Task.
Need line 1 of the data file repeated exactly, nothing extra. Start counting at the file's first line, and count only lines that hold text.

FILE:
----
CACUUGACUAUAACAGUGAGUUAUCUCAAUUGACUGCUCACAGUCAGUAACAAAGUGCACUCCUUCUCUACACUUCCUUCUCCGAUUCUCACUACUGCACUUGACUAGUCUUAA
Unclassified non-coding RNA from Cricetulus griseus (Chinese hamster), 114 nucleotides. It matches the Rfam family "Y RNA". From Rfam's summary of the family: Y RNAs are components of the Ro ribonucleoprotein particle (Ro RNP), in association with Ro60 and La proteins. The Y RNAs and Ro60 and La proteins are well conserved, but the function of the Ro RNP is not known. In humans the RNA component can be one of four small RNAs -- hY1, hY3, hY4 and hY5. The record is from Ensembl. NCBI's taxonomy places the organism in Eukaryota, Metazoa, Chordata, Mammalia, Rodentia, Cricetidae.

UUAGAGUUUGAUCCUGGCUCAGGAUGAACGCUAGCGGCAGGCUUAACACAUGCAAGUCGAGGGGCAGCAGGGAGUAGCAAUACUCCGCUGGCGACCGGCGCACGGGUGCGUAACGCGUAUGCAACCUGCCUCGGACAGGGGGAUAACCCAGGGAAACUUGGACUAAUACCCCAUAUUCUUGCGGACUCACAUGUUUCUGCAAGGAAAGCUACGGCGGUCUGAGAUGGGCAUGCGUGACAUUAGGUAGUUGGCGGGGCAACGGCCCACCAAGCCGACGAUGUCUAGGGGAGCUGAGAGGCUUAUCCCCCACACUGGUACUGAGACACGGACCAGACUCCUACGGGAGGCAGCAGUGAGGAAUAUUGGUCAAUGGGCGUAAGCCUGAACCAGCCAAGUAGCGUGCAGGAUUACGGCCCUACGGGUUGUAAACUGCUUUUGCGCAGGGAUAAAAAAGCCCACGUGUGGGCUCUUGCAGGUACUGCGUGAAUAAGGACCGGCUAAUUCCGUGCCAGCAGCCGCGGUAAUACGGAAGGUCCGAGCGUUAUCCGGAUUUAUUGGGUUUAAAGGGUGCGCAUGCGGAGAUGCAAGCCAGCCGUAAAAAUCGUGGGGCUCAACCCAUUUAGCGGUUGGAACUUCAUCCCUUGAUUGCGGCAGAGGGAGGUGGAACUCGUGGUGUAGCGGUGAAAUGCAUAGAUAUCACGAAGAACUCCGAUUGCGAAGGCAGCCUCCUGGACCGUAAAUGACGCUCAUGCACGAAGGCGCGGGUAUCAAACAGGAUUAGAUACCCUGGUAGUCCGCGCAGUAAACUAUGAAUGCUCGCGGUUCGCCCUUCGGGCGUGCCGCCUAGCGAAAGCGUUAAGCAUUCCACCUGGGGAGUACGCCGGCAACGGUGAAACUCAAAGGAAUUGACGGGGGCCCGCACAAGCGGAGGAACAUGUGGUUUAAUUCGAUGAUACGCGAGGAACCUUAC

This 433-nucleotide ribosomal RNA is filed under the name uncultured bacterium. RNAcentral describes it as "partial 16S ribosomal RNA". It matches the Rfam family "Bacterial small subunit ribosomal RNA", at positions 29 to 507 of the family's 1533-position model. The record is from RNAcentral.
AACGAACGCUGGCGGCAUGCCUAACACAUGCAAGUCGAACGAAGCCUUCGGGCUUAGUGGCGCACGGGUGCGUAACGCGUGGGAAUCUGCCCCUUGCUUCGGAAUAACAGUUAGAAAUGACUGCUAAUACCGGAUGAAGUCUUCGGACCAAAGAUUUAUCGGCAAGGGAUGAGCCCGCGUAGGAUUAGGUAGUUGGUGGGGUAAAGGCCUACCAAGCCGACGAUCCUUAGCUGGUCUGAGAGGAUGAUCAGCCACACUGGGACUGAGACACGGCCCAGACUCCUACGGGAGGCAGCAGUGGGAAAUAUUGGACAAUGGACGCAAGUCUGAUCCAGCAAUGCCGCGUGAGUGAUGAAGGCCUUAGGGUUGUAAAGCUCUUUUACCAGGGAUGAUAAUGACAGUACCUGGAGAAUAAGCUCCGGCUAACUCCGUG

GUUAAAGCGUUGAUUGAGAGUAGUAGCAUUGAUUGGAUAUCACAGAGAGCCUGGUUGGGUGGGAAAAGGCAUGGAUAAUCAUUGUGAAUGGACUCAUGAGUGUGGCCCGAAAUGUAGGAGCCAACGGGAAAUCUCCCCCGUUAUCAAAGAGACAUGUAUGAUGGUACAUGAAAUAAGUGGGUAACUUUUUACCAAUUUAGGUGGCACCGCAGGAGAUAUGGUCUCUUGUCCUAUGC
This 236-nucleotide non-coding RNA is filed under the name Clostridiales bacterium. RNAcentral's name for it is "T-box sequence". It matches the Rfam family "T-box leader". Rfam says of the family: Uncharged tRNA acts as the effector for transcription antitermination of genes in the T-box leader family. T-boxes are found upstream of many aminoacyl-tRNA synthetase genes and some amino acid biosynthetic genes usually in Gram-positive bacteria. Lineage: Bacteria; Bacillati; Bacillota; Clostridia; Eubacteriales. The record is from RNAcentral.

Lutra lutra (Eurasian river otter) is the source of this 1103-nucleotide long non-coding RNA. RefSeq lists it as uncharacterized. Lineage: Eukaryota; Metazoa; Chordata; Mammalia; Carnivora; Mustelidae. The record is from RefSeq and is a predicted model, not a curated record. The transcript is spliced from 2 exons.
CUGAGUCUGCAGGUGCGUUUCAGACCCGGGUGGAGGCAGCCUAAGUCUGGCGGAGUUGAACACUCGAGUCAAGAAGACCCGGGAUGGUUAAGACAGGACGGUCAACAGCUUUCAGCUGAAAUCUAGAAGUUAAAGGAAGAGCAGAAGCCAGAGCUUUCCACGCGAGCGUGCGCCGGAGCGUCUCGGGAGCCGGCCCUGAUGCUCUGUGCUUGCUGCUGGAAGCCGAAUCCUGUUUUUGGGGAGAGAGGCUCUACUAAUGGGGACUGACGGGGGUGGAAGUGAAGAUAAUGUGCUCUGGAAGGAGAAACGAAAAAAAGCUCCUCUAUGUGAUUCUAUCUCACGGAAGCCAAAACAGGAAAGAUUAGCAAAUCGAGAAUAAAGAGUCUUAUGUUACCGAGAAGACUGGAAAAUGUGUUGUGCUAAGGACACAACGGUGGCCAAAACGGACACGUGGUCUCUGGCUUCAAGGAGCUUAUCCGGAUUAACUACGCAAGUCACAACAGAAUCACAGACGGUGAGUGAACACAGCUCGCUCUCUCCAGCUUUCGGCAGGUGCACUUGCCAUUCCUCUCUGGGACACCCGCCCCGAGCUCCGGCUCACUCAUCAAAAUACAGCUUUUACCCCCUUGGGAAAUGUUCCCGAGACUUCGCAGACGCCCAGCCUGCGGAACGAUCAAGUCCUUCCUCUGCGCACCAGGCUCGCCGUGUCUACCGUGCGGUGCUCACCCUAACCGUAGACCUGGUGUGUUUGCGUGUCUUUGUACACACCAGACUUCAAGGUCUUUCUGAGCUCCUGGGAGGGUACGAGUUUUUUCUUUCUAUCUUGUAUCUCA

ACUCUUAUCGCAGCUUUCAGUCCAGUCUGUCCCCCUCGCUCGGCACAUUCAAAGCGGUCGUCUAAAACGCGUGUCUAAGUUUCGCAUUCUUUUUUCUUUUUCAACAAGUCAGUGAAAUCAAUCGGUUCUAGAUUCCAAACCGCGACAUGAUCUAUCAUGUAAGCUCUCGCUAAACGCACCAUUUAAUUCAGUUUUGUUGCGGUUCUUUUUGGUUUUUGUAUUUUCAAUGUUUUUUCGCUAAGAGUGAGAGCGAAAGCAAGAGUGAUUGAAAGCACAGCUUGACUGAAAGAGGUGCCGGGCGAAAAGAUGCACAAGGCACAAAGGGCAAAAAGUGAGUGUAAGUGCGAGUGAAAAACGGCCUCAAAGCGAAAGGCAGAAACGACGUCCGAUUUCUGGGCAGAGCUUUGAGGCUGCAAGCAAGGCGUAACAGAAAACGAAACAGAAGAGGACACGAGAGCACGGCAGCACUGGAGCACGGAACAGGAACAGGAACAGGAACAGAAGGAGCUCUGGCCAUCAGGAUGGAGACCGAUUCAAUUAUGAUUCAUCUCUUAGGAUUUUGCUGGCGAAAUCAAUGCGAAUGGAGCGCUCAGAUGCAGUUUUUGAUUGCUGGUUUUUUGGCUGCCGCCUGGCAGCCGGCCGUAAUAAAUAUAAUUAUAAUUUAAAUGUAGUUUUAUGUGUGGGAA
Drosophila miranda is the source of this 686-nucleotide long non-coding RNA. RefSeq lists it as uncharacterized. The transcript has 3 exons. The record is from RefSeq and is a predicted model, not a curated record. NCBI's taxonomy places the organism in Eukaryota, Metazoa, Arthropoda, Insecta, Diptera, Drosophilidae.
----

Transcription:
CACUUGACUAUAACAGUGAGUUAUCUCAAUUGACUGCUCACAGUCAGUAACAAAGUGCACUCCUUCUCUACACUUCCUUCUCCGAUUCUCACUACUGCACUUGACUAGUCUUAA